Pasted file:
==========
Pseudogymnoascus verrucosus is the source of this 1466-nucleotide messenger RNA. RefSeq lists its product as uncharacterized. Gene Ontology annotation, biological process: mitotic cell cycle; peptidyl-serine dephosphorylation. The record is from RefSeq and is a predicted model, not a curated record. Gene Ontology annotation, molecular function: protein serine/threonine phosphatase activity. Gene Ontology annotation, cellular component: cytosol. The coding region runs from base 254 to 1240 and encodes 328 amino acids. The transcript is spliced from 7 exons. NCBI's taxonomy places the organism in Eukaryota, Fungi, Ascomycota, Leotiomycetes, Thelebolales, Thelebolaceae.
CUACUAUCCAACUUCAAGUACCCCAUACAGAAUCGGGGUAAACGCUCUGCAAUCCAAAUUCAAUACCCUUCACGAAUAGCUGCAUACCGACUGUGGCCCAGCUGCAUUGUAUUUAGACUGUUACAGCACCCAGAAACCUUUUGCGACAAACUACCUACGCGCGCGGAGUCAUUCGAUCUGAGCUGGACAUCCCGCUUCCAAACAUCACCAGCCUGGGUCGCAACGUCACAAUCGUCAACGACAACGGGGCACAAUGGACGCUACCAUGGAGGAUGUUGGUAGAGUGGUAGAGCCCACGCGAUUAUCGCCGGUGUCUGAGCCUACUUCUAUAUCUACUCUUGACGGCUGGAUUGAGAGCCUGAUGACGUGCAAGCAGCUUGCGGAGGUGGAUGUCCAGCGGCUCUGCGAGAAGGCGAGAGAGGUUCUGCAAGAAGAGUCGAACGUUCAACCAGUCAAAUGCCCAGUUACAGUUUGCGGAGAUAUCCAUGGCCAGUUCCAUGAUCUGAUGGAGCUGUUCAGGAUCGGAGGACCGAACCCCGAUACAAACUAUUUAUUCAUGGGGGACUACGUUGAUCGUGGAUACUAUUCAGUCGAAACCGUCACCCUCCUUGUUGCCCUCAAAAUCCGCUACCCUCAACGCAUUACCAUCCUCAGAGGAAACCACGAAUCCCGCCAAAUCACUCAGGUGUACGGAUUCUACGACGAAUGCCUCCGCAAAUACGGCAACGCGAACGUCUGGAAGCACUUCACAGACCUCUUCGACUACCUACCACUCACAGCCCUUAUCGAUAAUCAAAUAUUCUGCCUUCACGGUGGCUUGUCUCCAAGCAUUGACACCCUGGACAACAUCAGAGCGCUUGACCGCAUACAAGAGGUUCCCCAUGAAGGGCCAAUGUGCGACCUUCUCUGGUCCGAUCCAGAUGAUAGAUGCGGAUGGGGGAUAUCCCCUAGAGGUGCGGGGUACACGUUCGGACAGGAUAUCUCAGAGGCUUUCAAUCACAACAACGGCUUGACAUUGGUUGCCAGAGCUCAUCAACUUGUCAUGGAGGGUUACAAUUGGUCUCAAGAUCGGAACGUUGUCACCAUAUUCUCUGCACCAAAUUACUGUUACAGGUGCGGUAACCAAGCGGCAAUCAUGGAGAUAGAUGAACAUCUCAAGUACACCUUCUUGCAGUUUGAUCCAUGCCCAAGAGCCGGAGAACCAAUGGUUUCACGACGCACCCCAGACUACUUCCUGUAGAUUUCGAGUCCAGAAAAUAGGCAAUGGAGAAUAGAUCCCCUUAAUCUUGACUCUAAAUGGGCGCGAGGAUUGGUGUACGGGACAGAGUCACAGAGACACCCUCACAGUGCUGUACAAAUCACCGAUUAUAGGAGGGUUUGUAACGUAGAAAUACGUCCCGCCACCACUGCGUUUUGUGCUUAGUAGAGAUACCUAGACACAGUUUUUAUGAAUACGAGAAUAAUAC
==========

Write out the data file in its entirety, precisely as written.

Pseudogymnoascus verrucosus is the source of this 1466-nucleotide messenger RNA. RefSeq lists its product as uncharacterized. Gene Ontology annotation, biological process: mitotic cell cycle; peptidyl-serine dephosphorylation. The record is from RefSeq and is a predicted model, not a curated record. Gene Ontology annotation, molecular function: protein serine/threonine phosphatase activity. Gene Ontology annotation, cellular component: cytosol. The coding region runs from base 254 to 1240 and encodes 328 amino acids. The transcript is spliced from 7 exons. NCBI's taxonomy places the organism in Eukaryota, Fungi, Ascomycota, Leotiomycetes, Thelebolales, Thelebolaceae.
CUACUAUCCAACUUCAAGUACCCCAUACAGAAUCGGGGUAAACGCUCUGCAAUCCAAAUUCAAUACCCUUCACGAAUAGCUGCAUACCGACUGUGGCCCAGCUGCAUUGUAUUUAGACUGUUACAGCACCCAGAAACCUUUUGCGACAAACUACCUACGCGCGCGGAGUCAUUCGAUCUGAGCUGGACAUCCCGCUUCCAAACAUCACCAGCCUGGGUCGCAACGUCACAAUCGUCAACGACAACGGGGCACAAUGGACGCUACCAUGGAGGAUGUUGGUAGAGUGGUAGAGCCCACGCGAUUAUCGCCGGUGUCUGAGCCUACUUCUAUAUCUACUCUUGACGGCUGGAUUGAGAGCCUGAUGACGUGCAAGCAGCUUGCGGAGGUGGAUGUCCAGCGGCUCUGCGAGAAGGCGAGAGAGGUUCUGCAAGAAGAGUCGAACGUUCAACCAGUCAAAUGCCCAGUUACAGUUUGCGGAGAUAUCCAUGGCCAGUUCCAUGAUCUGAUGGAGCUGUUCAGGAUCGGAGGACCGAACCCCGAUACAAACUAUUUAUUCAUGGGGGACUACGUUGAUCGUGGAUACUAUUCAGUCGAAACCGUCACCCUCCUUGUUGCCCUCAAAAUCCGCUACCCUCAACGCAUUACCAUCCUCAGAGGAAACCACGAAUCCCGCCAAAUCACUCAGGUGUACGGAUUCUACGACGAAUGCCUCCGCAAAUACGGCAACGCGAACGUCUGGAAGCACUUCACAGACCUCUUCGACUACCUACCACUCACAGCCCUUAUCGAUAAUCAAAUAUUCUGCCUUCACGGUGGCUUGUCUCCAAGCAUUGACACCCUGGACAACAUCAGAGCGCUUGACCGCAUACAAGAGGUUCCCCAUGAAGGGCCAAUGUGCGACCUUCUCUGGUCCGAUCCAGAUGAUAGAUGCGGAUGGGGGAUAUCCCCUAGAGGUGCGGGGUACACGUUCGGACAGGAUAUCUCAGAGGCUUUCAAUCACAACAACGGCUUGACAUUGGUUGCCAGAGCUCAUCAACUUGUCAUGGAGGGUUACAAUUGGUCUCAAGAUCGGAACGUUGUCACCAUAUUCUCUGCACCAAAUUACUGUUACAGGUGCGGUAACCAAGCGGCAAUCAUGGAGAUAGAUGAACAUCUCAAGUACACCUUCUUGCAGUUUGAUCCAUGCCCAAGAGCCGGAGAACCAAUGGUUUCACGACGCACCCCAGACUACUUCCUGUAGAUUUCGAGUCCAGAAAAUAGGCAAUGGAGAAUAGAUCCCCUUAAUCUUGACUCUAAAUGGGCGCGAGGAUUGGUGUACGGGACAGAGUCACAGAGACACCCUCACAGUGCUGUACAAAUCACCGAUUAUAGGAGGGUUUGUAACGUAGAAAUACGUCCCGCCACCACUGCGUUUUGUGCUUAGUAGAGAUACCUAGACACAGUUUUUAUGAAUACGAGAAUAAUAC